Restrictions as opportunities.
Total creative freedom is wonderful. The ability to express yourself however you wish at whatever pace you want is a dream come true, and thanks to webcomics many people, myself included, have that opportunity. But as liberating as total creative freedom can be, sometimes it’s a good idea to exercise restraint, even to the point of putting restrictions on yourself. It’s something I did to myself when I began STAR POWER with Garth, and it was one of the best decisions I ever made.
During my time working on my first webcomic, Dominic Deegan: Oracle for Hire, I gave myself total creative freedom. Storylines were written at whatever pace I felt was necessary. Some were fast and furious, others were slower character studies. The same applied to the length of those stories. Others only lasted a month, while my longest storyline took over one year to tell from start to finish. I did what I wanted with pacing and length, and it was fun. Perhaps I could have used an editor in some cases, but that’s where I was as a creator.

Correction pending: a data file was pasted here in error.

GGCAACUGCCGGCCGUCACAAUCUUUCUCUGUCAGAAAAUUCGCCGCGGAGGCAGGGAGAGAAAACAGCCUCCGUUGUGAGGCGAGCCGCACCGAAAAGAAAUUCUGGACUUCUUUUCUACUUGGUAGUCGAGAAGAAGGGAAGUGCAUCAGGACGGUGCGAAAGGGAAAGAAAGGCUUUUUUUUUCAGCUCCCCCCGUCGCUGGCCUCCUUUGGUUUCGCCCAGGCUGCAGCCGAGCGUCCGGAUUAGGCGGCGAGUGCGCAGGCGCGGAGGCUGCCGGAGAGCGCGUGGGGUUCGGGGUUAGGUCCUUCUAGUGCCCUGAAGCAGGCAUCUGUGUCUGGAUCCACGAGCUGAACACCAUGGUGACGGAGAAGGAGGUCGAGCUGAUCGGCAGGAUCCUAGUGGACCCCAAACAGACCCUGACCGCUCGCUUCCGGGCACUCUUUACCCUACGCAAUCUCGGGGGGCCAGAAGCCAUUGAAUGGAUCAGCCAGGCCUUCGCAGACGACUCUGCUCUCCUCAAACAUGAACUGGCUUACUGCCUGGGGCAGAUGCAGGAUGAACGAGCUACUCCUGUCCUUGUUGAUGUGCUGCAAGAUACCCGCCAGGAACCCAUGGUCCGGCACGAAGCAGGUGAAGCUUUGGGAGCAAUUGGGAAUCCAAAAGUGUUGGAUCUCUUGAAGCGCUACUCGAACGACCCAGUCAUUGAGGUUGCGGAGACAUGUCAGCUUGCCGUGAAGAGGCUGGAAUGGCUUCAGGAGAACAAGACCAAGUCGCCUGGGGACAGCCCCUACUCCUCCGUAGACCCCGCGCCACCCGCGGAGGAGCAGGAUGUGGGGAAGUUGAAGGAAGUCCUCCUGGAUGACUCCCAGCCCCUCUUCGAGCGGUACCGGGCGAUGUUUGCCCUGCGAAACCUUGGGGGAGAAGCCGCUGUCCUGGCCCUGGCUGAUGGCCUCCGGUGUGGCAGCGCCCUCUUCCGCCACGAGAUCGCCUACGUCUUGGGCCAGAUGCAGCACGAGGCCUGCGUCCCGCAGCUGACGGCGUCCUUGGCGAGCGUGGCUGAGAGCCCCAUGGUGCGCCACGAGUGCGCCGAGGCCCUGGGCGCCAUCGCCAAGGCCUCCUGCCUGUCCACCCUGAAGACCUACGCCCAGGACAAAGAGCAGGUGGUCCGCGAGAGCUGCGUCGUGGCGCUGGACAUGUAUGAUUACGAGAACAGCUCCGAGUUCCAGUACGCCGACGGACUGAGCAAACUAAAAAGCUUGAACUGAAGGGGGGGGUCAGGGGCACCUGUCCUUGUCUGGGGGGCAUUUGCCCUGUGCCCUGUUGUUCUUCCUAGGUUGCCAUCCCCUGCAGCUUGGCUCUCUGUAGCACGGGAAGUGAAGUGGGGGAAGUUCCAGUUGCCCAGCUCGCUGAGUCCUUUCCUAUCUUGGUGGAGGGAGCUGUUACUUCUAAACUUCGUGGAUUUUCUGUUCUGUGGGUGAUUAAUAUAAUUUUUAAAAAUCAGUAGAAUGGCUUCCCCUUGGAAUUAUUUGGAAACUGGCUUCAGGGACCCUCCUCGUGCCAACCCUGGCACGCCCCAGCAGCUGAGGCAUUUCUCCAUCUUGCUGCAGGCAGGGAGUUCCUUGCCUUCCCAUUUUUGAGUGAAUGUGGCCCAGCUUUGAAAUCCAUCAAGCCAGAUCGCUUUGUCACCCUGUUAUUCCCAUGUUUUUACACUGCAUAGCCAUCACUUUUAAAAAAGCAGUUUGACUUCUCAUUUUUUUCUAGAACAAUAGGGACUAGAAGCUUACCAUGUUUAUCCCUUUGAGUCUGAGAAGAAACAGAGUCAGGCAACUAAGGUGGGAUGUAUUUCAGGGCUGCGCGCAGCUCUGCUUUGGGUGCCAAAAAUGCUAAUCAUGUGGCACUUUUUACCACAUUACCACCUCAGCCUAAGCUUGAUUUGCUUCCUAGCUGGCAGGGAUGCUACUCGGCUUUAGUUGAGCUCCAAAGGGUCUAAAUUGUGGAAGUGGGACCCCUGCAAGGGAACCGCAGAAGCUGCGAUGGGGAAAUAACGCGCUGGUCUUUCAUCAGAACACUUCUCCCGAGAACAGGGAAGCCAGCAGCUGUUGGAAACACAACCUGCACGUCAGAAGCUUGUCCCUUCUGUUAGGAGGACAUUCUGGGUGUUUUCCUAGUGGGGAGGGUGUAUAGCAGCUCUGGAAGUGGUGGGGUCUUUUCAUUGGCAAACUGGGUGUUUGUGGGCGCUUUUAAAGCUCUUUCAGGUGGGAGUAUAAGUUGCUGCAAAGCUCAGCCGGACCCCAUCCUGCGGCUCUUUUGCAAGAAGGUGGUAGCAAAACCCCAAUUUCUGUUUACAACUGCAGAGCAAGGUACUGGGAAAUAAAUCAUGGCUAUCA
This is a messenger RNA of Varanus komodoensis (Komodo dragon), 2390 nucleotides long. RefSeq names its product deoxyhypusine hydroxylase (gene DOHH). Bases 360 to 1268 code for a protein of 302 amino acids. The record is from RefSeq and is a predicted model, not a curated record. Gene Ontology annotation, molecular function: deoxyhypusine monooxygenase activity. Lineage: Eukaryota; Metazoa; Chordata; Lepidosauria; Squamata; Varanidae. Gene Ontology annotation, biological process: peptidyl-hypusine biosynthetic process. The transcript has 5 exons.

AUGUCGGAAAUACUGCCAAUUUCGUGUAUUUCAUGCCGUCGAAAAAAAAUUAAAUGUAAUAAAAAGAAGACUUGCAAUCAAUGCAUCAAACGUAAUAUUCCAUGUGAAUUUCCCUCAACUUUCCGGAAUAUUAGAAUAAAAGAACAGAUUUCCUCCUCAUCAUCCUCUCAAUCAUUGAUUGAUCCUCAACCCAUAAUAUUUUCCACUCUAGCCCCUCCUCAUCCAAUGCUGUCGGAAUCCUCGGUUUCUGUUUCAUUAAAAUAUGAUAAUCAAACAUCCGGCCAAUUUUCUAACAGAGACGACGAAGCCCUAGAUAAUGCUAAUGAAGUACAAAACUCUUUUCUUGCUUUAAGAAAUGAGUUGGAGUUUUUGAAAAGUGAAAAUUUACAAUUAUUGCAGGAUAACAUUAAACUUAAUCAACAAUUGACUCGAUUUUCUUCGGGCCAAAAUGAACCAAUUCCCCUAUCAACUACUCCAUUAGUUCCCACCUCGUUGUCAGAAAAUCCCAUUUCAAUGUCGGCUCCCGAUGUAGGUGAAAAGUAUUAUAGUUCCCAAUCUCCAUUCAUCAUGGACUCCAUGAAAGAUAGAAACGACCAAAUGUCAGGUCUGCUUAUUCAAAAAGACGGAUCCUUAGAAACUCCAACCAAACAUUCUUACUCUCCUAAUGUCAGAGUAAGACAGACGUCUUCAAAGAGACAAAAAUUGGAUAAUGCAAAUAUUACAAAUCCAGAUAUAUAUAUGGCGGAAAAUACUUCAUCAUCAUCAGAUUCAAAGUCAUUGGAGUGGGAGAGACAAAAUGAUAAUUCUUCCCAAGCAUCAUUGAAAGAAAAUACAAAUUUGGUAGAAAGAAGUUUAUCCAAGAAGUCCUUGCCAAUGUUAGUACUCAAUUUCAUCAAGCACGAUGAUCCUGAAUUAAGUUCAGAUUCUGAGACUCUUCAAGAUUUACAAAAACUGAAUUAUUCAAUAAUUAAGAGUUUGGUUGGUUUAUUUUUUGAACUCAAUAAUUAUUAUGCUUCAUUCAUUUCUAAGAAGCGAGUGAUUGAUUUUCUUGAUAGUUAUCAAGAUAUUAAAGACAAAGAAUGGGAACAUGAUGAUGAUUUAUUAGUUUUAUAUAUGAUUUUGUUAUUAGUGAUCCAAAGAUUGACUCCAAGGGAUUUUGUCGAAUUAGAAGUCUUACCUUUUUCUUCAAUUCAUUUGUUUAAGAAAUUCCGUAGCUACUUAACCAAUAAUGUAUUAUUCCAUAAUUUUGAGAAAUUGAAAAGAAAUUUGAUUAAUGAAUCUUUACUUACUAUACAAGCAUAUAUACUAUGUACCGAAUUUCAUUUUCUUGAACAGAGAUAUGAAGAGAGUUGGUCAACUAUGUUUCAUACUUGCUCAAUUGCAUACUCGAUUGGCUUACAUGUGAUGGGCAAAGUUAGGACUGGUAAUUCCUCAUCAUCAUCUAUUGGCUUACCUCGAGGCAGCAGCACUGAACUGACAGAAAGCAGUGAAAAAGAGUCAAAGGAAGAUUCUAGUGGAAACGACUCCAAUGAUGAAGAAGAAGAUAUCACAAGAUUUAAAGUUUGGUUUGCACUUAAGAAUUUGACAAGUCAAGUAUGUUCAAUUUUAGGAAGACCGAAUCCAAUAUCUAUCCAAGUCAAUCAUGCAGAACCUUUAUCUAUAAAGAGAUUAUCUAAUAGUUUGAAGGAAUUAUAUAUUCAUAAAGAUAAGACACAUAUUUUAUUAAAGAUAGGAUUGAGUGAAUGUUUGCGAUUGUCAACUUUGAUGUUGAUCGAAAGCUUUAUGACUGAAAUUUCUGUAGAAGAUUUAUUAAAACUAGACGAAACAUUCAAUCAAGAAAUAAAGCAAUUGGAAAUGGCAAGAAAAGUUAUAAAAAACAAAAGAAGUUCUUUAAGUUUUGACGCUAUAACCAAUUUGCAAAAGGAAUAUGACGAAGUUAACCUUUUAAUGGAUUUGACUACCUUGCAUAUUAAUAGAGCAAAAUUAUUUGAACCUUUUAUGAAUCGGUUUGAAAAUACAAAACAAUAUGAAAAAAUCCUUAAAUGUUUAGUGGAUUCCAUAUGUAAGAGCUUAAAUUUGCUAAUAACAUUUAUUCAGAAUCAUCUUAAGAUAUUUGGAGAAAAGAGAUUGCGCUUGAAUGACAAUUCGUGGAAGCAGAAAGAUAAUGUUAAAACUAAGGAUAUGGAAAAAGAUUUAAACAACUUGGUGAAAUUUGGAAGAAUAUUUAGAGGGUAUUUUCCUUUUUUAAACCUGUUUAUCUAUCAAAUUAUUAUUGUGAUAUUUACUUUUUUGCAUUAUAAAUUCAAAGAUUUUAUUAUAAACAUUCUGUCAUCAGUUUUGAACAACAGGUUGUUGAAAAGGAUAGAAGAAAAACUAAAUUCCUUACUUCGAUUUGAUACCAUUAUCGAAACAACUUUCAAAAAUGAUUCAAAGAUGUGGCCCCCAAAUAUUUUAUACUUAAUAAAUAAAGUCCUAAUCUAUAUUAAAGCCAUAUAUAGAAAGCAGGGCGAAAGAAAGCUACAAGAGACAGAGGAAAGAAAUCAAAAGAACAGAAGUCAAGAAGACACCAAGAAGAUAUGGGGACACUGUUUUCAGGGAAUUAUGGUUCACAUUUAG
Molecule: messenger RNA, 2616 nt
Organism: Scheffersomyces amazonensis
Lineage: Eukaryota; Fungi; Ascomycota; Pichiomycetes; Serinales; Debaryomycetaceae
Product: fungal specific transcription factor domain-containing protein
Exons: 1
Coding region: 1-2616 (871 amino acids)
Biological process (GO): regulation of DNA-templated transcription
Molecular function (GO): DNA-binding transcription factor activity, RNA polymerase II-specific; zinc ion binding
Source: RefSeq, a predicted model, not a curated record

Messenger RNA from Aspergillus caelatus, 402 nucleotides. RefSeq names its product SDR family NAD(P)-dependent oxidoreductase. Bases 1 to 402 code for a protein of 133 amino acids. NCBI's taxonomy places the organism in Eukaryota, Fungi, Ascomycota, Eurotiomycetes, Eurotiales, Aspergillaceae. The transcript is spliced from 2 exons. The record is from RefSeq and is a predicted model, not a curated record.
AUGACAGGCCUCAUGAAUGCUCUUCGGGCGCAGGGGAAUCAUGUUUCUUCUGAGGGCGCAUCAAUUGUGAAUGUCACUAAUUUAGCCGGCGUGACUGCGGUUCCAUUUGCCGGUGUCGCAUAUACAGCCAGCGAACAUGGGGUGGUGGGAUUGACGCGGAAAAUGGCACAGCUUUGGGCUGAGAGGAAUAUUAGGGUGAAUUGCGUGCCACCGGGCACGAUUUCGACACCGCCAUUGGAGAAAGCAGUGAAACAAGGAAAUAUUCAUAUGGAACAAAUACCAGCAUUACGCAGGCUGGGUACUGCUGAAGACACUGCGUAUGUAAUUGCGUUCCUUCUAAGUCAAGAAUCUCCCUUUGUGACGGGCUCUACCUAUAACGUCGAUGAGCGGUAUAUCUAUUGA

For STAR POWER, I knew I had to change my approach. With total creative freedom my focus was starting to wander, and I needed something to help me zero in on narrative targets. So I set a hard limit on the length of storylines here: Each story is five chapters (or Issues) long, and each chapter consists of twenty four pages. We’ve only broken that rule once, with the last Issue of The Mystery of the Zel Gux Dynasty getting a few extra pages, but otherwise we’ve kept to that hard limit. Giving myself restrictions forced me to exercise restraint and edit myself heavily. It challenged me to capture all the character development and emotion I put into Dominic Deegan: Oracle for Hire in half the narrative space. At first I felt way out of my comfort zone, but getting uncomfortable is how you grow and develop.
Give it a try sometime. Give yourself some creative restrictions. See how you adapt to limitations. Will they hinder you, or will you make them work for you?